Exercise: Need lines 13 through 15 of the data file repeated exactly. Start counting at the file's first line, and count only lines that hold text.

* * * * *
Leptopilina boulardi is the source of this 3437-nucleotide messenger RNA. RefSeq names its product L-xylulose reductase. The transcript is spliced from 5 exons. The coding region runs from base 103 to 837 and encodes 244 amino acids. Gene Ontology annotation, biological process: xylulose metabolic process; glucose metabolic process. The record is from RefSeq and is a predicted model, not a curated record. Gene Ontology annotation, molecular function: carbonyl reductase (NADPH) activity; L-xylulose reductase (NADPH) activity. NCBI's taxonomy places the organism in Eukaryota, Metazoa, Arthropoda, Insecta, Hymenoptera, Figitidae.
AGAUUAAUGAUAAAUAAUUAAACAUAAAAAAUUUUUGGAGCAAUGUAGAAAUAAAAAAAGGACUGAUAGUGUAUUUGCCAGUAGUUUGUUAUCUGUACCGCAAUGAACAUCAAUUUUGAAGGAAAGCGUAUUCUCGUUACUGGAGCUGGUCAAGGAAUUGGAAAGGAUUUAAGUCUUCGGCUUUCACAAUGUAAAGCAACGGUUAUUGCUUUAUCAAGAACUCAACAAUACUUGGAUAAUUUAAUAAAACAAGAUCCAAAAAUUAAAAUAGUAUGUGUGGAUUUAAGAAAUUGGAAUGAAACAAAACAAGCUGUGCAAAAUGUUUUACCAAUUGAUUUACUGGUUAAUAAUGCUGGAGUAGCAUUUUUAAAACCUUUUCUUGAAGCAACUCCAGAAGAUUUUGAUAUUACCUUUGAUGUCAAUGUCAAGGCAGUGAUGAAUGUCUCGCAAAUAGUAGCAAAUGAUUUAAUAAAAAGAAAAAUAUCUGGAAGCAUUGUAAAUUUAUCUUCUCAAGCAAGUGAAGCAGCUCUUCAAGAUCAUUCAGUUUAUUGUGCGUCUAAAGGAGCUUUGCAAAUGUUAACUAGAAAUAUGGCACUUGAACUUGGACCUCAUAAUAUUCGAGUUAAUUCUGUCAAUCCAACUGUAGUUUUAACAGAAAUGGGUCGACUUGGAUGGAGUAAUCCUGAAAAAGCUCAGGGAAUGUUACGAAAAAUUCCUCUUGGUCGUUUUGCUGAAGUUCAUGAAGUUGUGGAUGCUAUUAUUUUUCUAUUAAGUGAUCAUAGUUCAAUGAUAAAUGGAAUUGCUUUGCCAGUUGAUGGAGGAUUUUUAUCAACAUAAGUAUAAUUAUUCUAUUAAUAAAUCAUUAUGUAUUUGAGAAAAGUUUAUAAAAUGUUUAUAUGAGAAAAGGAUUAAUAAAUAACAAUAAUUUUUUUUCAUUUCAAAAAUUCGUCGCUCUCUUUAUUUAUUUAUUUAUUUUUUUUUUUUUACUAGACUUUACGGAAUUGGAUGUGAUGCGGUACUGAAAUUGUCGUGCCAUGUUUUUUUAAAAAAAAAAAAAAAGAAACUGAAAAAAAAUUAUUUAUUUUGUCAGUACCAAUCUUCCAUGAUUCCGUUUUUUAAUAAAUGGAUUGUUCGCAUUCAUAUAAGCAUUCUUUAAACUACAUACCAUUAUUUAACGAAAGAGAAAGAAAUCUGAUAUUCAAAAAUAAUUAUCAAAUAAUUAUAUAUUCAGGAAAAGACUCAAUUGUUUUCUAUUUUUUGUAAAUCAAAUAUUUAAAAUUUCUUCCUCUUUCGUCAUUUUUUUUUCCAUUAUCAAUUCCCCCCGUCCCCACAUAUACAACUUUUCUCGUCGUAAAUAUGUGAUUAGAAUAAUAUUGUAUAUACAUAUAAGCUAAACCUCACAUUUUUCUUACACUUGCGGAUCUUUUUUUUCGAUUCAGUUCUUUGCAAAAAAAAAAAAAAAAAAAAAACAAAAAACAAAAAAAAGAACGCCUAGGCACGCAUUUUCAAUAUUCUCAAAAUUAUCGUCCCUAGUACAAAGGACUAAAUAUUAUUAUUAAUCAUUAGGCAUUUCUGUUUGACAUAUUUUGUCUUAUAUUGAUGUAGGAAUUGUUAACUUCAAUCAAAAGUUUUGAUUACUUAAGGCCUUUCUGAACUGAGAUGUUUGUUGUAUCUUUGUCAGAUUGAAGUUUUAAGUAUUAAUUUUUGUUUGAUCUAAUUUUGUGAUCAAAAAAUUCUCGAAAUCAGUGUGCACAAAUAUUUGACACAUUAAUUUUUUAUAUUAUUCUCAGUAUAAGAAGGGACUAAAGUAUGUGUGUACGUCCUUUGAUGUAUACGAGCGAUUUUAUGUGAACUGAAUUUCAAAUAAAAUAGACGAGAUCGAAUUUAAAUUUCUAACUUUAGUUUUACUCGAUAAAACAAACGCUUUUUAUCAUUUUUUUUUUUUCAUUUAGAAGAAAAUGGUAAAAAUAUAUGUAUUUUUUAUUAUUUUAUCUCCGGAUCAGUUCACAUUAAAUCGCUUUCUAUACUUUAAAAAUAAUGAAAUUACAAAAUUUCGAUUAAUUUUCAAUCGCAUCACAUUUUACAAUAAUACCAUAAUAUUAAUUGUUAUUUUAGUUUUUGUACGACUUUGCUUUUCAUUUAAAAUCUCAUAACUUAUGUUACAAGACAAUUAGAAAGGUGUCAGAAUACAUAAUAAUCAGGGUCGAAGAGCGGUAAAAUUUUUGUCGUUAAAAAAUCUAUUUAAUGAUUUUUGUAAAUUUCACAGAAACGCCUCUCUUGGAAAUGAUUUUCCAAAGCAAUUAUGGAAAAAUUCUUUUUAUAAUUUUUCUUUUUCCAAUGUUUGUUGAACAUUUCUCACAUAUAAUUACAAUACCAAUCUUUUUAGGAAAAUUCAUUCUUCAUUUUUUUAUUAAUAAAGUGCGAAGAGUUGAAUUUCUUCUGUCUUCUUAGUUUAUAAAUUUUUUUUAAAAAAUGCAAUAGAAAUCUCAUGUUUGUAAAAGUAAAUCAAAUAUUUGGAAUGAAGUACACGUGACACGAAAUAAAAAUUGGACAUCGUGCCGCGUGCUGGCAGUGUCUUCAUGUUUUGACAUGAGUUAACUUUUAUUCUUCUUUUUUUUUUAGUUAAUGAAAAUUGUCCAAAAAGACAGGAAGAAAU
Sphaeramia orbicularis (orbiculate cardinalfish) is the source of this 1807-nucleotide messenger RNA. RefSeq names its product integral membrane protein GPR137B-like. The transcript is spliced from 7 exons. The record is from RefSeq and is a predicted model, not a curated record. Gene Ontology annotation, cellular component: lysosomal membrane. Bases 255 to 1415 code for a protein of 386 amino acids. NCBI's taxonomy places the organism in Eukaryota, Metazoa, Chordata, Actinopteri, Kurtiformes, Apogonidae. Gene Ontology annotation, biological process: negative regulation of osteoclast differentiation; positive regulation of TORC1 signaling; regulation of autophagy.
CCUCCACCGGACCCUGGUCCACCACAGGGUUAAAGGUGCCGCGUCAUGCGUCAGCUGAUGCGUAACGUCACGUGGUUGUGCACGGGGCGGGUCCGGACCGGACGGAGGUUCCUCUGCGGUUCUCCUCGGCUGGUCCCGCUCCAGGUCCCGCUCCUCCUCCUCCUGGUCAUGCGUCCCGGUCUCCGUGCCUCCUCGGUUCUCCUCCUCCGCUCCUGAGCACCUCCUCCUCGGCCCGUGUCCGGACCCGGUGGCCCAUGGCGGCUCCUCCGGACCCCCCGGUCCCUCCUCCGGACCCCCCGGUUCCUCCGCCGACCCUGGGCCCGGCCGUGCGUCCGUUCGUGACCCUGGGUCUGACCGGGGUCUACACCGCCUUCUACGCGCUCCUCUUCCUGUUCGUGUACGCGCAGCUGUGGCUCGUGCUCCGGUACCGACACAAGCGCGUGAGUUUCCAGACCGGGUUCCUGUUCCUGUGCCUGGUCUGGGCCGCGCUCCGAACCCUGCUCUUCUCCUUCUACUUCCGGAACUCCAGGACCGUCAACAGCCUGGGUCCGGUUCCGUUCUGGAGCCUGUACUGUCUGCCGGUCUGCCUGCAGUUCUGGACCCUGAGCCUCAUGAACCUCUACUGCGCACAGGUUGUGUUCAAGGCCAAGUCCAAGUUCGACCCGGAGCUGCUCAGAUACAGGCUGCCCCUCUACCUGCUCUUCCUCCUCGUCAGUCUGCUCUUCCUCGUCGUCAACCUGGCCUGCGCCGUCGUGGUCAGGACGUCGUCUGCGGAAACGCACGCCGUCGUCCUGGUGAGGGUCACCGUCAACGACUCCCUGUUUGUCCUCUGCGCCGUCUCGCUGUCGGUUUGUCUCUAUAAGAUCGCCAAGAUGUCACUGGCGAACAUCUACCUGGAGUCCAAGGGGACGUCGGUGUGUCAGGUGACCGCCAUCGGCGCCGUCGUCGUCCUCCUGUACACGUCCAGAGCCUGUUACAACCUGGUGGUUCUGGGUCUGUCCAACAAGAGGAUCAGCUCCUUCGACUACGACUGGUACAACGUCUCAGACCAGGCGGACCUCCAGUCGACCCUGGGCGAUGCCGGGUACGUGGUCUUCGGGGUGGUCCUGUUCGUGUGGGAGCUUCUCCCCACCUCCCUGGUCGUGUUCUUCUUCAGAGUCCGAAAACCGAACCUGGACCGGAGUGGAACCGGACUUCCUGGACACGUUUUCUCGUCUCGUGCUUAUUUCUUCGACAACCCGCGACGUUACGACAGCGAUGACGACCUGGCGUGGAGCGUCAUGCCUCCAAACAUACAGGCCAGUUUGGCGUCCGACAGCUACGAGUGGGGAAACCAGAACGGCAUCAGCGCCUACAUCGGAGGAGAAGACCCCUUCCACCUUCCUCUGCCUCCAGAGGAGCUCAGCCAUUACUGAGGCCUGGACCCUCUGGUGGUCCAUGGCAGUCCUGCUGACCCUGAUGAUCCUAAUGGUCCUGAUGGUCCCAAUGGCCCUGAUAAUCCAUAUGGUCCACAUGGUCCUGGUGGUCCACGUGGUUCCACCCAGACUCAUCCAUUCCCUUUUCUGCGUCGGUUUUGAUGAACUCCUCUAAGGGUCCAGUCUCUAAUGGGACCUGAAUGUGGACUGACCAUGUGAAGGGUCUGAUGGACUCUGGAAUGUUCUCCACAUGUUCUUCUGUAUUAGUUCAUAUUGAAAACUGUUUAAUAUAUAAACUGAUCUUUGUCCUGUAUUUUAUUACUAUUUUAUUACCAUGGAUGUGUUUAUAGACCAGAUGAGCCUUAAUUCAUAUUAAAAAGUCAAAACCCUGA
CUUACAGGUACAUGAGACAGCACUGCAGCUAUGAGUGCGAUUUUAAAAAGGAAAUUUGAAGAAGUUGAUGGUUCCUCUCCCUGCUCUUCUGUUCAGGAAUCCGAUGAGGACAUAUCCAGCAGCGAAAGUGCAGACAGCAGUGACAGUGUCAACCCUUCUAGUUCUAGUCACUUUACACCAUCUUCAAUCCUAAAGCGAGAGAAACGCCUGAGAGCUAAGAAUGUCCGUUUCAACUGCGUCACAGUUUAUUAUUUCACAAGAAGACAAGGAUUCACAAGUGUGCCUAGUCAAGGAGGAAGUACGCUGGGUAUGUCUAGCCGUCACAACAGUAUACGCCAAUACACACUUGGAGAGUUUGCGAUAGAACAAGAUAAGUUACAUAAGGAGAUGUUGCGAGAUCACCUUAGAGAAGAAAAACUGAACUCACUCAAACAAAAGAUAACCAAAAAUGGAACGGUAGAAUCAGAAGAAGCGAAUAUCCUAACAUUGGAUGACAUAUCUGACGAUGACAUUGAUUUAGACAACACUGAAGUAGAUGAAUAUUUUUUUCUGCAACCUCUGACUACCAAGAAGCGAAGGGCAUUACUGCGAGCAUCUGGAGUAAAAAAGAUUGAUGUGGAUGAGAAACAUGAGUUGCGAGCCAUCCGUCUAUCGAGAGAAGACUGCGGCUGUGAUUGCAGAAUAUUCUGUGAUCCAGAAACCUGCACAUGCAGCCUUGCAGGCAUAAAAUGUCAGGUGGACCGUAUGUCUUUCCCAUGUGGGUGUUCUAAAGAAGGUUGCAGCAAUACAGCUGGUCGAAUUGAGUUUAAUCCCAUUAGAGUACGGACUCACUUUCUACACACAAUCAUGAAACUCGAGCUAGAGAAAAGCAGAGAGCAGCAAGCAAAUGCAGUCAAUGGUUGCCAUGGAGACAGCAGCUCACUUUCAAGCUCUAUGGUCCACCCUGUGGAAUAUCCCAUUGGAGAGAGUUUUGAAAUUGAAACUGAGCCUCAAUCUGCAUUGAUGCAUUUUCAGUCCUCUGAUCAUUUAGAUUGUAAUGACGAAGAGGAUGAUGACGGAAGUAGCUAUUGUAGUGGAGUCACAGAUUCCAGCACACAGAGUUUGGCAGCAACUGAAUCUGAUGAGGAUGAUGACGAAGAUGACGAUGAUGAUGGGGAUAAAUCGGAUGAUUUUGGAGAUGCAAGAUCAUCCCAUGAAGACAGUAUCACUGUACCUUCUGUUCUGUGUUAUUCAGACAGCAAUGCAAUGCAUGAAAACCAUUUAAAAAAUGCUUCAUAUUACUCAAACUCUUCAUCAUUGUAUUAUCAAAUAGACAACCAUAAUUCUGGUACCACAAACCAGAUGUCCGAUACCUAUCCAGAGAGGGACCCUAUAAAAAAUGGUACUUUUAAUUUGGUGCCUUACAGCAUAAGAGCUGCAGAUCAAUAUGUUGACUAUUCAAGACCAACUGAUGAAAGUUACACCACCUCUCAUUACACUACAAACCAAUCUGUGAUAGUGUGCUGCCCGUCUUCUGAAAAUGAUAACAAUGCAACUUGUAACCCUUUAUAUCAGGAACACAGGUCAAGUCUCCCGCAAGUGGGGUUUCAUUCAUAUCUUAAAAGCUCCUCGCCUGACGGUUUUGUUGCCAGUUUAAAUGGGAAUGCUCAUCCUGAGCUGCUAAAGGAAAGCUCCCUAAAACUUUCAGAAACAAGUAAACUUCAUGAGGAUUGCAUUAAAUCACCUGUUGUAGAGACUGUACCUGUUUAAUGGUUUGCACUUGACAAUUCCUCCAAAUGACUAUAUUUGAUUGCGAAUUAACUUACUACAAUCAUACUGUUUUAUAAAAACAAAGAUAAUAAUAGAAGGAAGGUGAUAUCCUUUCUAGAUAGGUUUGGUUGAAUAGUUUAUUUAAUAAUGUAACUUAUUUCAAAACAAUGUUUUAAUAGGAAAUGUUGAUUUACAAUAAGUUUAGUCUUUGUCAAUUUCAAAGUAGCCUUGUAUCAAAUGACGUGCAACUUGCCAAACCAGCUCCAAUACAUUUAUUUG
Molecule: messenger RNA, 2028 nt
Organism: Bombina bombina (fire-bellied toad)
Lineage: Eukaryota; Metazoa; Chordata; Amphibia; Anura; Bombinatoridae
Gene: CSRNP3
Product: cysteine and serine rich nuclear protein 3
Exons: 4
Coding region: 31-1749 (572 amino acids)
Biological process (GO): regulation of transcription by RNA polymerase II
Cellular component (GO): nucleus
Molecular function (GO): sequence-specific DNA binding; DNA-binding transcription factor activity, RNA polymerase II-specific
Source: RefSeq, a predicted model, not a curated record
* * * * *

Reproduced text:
Biological process (GO): regulation of transcription by RNA polymerase II
Cellular component (GO): nucleus
Molecular function (GO): sequence-specific DNA binding; DNA-binding transcription factor activity, RNA polymerase II-specific